MANILA, PHILIPPINES — The COVID-19 pandemic and African swine fever (ASF) continue to hamper the Philippines’ feed demand along with an expected drop in corn production, according to a Global Agricultural Information Network (GAIN) report from the US Department of Agriculture (USDA).

The Philippines’ corn production is anticipated to slip 3.6% in the 2021-22 marketing year to 8 million tonnes compared to 8.3 million in the previous year. The USDA attributes the decline to anticipated return to normal weather patterns such as typhoons. Demand for corn feed remains low as poultry production slips due to the spread of COVID-19. Hog production is not expected to rebound in 2021-22 as ASF continues to take its toll on the domestic hog herd. The USDA estimates corn imports to total 500,000 tonnes in the 2021-22 marketing year.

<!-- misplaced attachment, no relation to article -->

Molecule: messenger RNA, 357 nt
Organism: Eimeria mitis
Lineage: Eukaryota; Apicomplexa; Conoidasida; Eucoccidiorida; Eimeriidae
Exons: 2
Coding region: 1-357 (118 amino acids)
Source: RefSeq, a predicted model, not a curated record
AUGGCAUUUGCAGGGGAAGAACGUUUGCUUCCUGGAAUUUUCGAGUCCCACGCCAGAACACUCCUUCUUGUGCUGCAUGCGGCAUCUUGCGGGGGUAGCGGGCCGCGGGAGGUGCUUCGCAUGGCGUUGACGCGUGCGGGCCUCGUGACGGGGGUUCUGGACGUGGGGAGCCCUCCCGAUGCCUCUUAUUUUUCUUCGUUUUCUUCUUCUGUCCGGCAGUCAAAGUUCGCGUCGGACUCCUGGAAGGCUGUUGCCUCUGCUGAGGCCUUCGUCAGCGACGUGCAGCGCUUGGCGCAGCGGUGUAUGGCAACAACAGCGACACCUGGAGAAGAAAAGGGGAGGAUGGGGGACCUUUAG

Unlike corn, the country’s rice production is expected to hit near record highs. The USDA raised its rice production estimate for the 2021-22 marketing year 100,000 tonnes to 12.4 million based on the adoption of improved varieties through the hybrid rice program. The forecast for Philippine rice imports remains unchanged at 2.1 million tonnes in the 2021-22 marketing year. 

Prolonged COVID-19 quarantine measures have decreased feed wheat and wheat-based product demand, lowering the USDA’s wheat import forecast by 400,000 tonnes to 6.4 million tonnes in the 2021-22 marketing year.